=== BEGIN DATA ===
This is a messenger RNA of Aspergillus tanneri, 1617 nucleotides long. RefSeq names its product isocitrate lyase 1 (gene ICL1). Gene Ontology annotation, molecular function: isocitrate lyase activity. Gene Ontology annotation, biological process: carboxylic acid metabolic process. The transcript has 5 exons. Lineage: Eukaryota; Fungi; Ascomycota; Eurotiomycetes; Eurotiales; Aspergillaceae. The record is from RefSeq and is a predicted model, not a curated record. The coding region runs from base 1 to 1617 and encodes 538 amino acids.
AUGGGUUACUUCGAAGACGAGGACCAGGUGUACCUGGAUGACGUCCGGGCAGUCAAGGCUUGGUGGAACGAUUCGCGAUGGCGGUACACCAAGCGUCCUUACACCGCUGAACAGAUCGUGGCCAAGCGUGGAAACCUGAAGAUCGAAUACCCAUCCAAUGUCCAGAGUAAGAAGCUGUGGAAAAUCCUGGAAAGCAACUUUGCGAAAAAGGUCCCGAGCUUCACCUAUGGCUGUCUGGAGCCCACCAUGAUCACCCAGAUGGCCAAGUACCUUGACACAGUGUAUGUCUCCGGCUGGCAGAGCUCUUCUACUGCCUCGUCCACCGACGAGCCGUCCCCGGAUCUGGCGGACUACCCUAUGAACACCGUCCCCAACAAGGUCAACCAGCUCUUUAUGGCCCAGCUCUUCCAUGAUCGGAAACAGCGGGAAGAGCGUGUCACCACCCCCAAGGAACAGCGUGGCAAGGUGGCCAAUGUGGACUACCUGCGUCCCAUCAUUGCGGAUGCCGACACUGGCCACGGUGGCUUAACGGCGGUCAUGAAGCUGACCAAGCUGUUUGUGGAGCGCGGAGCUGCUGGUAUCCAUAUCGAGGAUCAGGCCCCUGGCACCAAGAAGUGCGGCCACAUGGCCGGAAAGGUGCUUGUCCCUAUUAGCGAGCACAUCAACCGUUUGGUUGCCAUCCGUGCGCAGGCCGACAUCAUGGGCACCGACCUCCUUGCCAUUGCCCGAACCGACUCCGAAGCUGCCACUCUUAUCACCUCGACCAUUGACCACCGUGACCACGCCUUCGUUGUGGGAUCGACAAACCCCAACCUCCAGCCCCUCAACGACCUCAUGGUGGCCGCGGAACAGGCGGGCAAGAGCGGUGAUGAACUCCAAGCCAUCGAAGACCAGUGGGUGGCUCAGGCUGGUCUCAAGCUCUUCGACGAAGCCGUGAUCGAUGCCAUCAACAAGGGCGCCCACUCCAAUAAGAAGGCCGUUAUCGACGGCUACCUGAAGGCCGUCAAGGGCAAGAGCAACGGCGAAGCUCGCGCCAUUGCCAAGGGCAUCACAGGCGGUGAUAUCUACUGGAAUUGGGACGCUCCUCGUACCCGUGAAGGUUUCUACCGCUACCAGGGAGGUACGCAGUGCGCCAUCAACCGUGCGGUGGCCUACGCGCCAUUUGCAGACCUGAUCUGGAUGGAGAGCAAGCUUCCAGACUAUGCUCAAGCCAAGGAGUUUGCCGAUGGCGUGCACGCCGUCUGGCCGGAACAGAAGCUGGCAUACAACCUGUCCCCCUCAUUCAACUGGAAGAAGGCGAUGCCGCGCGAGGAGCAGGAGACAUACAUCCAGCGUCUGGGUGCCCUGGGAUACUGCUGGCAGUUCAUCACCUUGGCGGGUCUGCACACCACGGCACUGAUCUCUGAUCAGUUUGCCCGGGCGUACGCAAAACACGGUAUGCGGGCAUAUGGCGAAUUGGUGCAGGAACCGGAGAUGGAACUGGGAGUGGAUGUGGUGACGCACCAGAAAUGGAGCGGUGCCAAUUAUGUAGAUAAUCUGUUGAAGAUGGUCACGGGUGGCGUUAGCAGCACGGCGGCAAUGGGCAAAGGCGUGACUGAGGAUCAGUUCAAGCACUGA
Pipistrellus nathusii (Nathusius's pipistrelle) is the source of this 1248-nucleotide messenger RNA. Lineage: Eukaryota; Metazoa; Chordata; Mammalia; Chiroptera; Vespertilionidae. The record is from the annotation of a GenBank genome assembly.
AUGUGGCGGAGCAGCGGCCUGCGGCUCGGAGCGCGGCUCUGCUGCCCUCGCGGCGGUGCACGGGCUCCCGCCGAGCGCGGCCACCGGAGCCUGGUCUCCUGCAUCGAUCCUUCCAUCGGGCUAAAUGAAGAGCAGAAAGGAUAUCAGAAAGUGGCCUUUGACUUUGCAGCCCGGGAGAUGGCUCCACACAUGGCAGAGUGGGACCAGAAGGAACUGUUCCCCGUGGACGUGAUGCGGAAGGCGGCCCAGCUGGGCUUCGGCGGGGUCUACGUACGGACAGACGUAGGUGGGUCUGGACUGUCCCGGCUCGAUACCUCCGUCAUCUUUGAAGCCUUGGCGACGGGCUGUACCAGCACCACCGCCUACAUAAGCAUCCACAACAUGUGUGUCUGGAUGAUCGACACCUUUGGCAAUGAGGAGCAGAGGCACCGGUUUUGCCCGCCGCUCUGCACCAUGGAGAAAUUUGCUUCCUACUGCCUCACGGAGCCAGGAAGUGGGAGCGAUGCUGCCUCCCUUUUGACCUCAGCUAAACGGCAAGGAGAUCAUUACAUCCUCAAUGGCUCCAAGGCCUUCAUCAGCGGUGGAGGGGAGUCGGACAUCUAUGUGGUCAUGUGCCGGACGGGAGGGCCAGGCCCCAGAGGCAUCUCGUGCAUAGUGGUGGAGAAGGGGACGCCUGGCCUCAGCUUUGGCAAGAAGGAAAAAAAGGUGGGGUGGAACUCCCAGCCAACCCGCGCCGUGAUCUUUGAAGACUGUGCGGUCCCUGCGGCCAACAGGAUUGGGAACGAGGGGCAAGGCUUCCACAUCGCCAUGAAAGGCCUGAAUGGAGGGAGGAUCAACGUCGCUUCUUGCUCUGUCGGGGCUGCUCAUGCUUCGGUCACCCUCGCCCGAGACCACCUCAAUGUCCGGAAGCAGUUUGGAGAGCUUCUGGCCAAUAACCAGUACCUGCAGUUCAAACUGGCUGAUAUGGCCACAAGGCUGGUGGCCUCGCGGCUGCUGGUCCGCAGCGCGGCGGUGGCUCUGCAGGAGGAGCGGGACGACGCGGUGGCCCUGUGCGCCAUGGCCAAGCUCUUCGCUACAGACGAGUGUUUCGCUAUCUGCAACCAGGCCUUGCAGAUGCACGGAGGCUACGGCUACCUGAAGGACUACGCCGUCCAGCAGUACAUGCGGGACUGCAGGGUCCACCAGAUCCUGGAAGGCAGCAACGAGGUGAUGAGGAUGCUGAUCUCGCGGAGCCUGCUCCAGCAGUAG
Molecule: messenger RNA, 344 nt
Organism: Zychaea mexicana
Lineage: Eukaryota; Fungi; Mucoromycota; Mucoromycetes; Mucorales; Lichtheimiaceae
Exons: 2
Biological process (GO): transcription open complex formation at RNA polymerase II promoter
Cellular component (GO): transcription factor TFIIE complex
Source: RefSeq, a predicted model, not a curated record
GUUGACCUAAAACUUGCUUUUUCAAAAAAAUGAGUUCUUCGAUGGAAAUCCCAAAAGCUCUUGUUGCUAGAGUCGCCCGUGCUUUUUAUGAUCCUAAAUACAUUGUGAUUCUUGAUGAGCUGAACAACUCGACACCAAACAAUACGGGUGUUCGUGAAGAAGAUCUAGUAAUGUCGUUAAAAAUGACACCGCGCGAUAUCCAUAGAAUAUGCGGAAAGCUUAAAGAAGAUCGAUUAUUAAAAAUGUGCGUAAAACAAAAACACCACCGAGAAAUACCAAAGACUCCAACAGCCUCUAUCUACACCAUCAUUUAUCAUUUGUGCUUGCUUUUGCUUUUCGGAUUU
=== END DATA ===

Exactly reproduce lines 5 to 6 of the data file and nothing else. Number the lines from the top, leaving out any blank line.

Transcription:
Molecule: messenger RNA, 344 nt
Organism: Zychaea mexicana